In Michigan, the courts control child custody disputes. Parents can resolve their own property allocations and support issues on their own ? but the court must certify any child custody arrangement. Before determining physical custody, the court takes into consider if there is an "established custodial environment." This article will go over that provision and how it may apply to you.
Pursuant to Michigan law, an established custodial environment exists if the child naturally looks to one or both parents / custodians for guidance, support, comfort and discipline. The court also takes into account the age of the child, the home environment, the inclination of the parent to assume custody and how long the child resided at the home. Once the court takes into account all of this information, it determines whether or not a custodial environment has been established.
If no custodial environment exists, then the court is free to make a custodial arrangement. But if the court finds that a custodial environment does exist, then it can only change the custodial arrangement if it is very clear that a big change in circumstances has occurred. An attorney can help you contest this result if necessary. Bear in mind that just because a child has been living with you, does not mean that a custodial environment has been established. If your child looks to both you and your ex-spouse for support and guidance, then a custodial environment has been established but it is with both of you.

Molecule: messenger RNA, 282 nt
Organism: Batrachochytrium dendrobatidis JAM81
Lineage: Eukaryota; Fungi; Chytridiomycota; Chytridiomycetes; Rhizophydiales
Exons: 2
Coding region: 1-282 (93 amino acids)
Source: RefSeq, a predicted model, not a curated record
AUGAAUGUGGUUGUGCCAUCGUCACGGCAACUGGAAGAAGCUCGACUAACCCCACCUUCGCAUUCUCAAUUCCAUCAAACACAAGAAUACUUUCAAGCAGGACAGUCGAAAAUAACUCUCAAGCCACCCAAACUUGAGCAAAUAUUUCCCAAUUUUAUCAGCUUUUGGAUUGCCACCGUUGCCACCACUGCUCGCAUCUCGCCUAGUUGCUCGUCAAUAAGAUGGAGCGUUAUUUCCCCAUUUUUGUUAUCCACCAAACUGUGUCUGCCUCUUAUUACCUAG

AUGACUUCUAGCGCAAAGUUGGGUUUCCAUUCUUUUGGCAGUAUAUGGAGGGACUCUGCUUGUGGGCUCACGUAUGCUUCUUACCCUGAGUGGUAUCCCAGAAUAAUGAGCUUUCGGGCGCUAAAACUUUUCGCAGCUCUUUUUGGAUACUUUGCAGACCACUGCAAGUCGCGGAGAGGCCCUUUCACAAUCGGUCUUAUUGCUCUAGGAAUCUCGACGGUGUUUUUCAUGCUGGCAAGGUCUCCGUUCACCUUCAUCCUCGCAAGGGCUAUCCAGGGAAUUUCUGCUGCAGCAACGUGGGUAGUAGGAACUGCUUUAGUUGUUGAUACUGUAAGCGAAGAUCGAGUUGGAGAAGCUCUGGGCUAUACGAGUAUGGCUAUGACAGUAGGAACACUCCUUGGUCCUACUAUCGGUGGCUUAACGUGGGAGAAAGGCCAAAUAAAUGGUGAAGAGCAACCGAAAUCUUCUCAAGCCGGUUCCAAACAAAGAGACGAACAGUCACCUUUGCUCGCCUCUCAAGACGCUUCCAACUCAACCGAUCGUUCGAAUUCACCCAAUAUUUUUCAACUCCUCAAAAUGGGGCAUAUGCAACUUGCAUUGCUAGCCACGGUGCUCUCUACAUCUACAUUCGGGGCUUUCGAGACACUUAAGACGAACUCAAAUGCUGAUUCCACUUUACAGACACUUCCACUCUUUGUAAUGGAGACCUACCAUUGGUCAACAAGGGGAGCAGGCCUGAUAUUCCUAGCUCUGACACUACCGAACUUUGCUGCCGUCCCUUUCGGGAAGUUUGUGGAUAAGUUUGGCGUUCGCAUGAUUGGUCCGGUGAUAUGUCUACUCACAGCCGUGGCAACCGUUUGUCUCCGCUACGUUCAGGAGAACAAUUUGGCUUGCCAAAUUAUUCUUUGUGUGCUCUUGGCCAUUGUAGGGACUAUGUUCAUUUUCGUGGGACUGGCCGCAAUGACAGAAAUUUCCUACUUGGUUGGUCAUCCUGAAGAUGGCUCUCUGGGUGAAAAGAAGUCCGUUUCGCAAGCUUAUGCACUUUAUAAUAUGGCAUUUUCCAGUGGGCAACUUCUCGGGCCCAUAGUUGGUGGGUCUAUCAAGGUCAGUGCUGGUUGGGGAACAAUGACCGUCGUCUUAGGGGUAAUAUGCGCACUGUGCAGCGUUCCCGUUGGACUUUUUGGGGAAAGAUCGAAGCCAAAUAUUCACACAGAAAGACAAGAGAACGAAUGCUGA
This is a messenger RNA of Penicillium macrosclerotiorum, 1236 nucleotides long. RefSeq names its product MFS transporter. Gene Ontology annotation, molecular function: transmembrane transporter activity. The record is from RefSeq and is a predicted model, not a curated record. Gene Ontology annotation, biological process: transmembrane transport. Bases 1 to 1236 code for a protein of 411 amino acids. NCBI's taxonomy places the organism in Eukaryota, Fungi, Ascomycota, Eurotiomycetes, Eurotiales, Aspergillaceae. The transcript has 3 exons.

If you are considering divorce and you have children then you may want to speak to a lawyer as soon as possible. Custodial disputes can get very serious very quickly. An attorney can be there to help ensure that your right to custody is respected and that your children are treated fairly.